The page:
Main image of article With Tech Résumés, Think Depth, Not Breadth

If you’ve read the latest Dice Salary Survey, you know that the average salary for technology professionals in the U.S. is higher than ever—up 7.7 percent to $96,370 annually. And that growth isn’t limited to salaries, with bonuses and contract rates also on the rise.

That’s great for tech pros when it comes to negotiating for a new job: those with the right skills are clearly commanding top dollar, especially in hot segments such as Big Data and cloud infrastructure. But rising salaries may also translate into more tech pros hitting the open market for the best-paying positions, which means anyone hunting for a new gig could end up locked in competition with experienced peers.

Confronted with the prospect of a fierce contest for a position, some tech pros might opt to load up their résumé and application with every skill they can think of, along with every possible type of experience they’ve accumulated.

While such a strategy might work in certain circumstances, you may stand a better chance of landing a position if you go for depth of skills and experience, rather than breadth.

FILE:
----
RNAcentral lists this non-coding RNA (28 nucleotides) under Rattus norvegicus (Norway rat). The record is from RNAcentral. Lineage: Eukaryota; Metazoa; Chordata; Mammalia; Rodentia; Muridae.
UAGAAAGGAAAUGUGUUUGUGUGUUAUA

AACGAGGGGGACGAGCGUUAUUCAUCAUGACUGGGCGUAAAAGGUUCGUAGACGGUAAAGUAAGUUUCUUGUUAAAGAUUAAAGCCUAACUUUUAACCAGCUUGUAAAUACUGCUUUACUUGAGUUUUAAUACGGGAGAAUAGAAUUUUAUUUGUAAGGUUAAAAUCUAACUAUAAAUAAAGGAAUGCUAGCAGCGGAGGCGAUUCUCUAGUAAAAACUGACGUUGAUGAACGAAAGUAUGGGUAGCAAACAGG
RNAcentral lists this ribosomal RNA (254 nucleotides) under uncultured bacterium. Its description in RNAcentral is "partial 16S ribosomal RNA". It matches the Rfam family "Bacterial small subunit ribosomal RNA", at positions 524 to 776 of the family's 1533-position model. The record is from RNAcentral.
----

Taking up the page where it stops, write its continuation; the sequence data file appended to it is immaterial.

For example, let’s say you’re applying for a Big Data job. You might be tempted to fill a third of your résumé with every skill you’ve learned over the past several years: Apache Hadoop and its various distributions, along with Cassandra, Cloudera, PAAS, Chef, Pig, CloudStack—in short, pretty much every skill you’ve ever seen on a whiteboard (and all of which pay well, by the way).

But doing so won’t necessarily help your case; for all the recruiter or hiring manager knows, you’re just listing skills that your professor covered briefly in class, back when you first earned your degree.

Instead of dumping as many technologies as possible into your application package, read the job posting and highlight the skills sought by the employer. If the company wants someone who specializes in Hadoop, for example, rewrite your résumé and other materials to highlight your extensive skills with the framework. If you’re debating which jobs or internships to mention, choose the ones that best demonstrate your familiarity with the sought-after technology. And if a skill doesn’t seem to fit within this schema, leave it out.

When you go into detail about your specialties, keep in mind that the recruiter or HR staffer who first reads your résumé may not be familiar with how the technology works. That’s why it’s important, whenever doing a “deep dive” into your background, to paint as broad a picture as possible—describing the end result of your work, in terms of how it helped the business—before getting into the nitty-gritty. Doing so will increase the chances of your résumé landing in front of a manager who’s technically inclined, and likely to see your skills’ true worth.